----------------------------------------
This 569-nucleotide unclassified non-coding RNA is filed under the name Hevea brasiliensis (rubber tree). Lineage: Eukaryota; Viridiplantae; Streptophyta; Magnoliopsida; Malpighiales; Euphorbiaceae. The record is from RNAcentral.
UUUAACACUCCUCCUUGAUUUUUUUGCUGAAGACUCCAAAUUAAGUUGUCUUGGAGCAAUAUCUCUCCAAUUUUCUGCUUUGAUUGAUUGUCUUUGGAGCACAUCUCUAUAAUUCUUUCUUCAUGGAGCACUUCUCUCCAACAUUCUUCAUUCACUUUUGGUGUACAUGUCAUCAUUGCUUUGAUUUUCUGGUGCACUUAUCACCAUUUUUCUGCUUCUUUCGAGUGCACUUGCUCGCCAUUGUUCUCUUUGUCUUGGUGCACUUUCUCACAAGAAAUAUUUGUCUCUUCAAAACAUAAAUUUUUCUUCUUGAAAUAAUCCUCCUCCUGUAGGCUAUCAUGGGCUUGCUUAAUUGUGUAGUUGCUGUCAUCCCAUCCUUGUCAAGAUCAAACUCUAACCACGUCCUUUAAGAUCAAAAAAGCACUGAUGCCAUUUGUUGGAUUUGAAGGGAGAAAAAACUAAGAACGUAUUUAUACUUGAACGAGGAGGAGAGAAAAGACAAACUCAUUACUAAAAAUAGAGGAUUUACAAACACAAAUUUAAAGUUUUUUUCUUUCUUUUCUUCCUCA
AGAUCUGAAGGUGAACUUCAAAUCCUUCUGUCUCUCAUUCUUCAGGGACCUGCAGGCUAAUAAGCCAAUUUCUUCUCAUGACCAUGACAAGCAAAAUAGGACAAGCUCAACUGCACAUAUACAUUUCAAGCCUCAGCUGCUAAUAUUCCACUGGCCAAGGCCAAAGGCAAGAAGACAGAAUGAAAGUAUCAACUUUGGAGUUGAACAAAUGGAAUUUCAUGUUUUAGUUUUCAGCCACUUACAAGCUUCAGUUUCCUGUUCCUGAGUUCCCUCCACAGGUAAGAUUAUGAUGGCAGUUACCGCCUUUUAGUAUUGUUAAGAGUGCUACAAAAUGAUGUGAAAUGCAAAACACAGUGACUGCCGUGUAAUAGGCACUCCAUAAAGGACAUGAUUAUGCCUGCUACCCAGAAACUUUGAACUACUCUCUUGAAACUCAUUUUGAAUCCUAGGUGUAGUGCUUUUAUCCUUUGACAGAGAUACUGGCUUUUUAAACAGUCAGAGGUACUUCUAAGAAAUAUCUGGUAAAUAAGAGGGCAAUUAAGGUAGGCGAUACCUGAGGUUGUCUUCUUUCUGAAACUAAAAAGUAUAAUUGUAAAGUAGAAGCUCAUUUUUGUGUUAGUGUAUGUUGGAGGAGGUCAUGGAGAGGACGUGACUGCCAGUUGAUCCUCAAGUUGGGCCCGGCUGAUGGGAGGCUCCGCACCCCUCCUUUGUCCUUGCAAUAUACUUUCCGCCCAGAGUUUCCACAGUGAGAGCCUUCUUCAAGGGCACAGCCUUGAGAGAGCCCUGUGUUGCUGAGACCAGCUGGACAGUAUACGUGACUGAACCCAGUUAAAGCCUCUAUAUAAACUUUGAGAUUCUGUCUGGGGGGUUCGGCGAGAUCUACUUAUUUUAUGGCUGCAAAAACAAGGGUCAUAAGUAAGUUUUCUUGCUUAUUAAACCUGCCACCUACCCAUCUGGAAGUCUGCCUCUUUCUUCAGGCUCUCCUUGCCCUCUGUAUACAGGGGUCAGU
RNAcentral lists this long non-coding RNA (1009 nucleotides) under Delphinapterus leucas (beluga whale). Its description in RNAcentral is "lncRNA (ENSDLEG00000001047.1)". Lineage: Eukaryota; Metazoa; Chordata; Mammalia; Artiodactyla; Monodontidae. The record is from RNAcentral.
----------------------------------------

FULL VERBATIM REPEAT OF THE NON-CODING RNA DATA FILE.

This 569-nucleotide unclassified non-coding RNA is filed under the name Hevea brasiliensis (rubber tree). Lineage: Eukaryota; Viridiplantae; Streptophyta; Magnoliopsida; Malpighiales; Euphorbiaceae. The record is from RNAcentral.
UUUAACACUCCUCCUUGAUUUUUUUGCUGAAGACUCCAAAUUAAGUUGUCUUGGAGCAAUAUCUCUCCAAUUUUCUGCUUUGAUUGAUUGUCUUUGGAGCACAUCUCUAUAAUUCUUUCUUCAUGGAGCACUUCUCUCCAACAUUCUUCAUUCACUUUUGGUGUACAUGUCAUCAUUGCUUUGAUUUUCUGGUGCACUUAUCACCAUUUUUCUGCUUCUUUCGAGUGCACUUGCUCGCCAUUGUUCUCUUUGUCUUGGUGCACUUUCUCACAAGAAAUAUUUGUCUCUUCAAAACAUAAAUUUUUCUUCUUGAAAUAAUCCUCCUCCUGUAGGCUAUCAUGGGCUUGCUUAAUUGUGUAGUUGCUGUCAUCCCAUCCUUGUCAAGAUCAAACUCUAACCACGUCCUUUAAGAUCAAAAAAGCACUGAUGCCAUUUGUUGGAUUUGAAGGGAGAAAAAACUAAGAACGUAUUUAUACUUGAACGAGGAGGAGAGAAAAGACAAACUCAUUACUAAAAAUAGAGGAUUUACAAACACAAAUUUAAAGUUUUUUUCUUUCUUUUCUUCCUCA
AGAUCUGAAGGUGAACUUCAAAUCCUUCUGUCUCUCAUUCUUCAGGGACCUGCAGGCUAAUAAGCCAAUUUCUUCUCAUGACCAUGACAAGCAAAAUAGGACAAGCUCAACUGCACAUAUACAUUUCAAGCCUCAGCUGCUAAUAUUCCACUGGCCAAGGCCAAAGGCAAGAAGACAGAAUGAAAGUAUCAACUUUGGAGUUGAACAAAUGGAAUUUCAUGUUUUAGUUUUCAGCCACUUACAAGCUUCAGUUUCCUGUUCCUGAGUUCCCUCCACAGGUAAGAUUAUGAUGGCAGUUACCGCCUUUUAGUAUUGUUAAGAGUGCUACAAAAUGAUGUGAAAUGCAAAACACAGUGACUGCCGUGUAAUAGGCACUCCAUAAAGGACAUGAUUAUGCCUGCUACCCAGAAACUUUGAACUACUCUCUUGAAACUCAUUUUGAAUCCUAGGUGUAGUGCUUUUAUCCUUUGACAGAGAUACUGGCUUUUUAAACAGUCAGAGGUACUUCUAAGAAAUAUCUGGUAAAUAAGAGGGCAAUUAAGGUAGGCGAUACCUGAGGUUGUCUUCUUUCUGAAACUAAAAAGUAUAAUUGUAAAGUAGAAGCUCAUUUUUGUGUUAGUGUAUGUUGGAGGAGGUCAUGGAGAGGACGUGACUGCCAGUUGAUCCUCAAGUUGGGCCCGGCUGAUGGGAGGCUCCGCACCCCUCCUUUGUCCUUGCAAUAUACUUUCCGCCCAGAGUUUCCACAGUGAGAGCCUUCUUCAAGGGCACAGCCUUGAGAGAGCCCUGUGUUGCUGAGACCAGCUGGACAGUAUACGUGACUGAACCCAGUUAAAGCCUCUAUAUAAACUUUGAGAUUCUGUCUGGGGGGUUCGGCGAGAUCUACUUAUUUUAUGGCUGCAAAAACAAGGGUCAUAAGUAAGUUUUCUUGCUUAUUAAACCUGCCACCUACCCAUCUGGAAGUCUGCCUCUUUCUUCAGGCUCUCCUUGCCCUCUGUAUACAGGGGUCAGU
RNAcentral lists this long non-coding RNA (1009 nucleotides) under Delphinapterus leucas (beluga whale). Its description in RNAcentral is "lncRNA (ENSDLEG00000001047.1)". Lineage: Eukaryota; Metazoa; Chordata; Mammalia; Artiodactyla; Monodontidae. The record is from RNAcentral.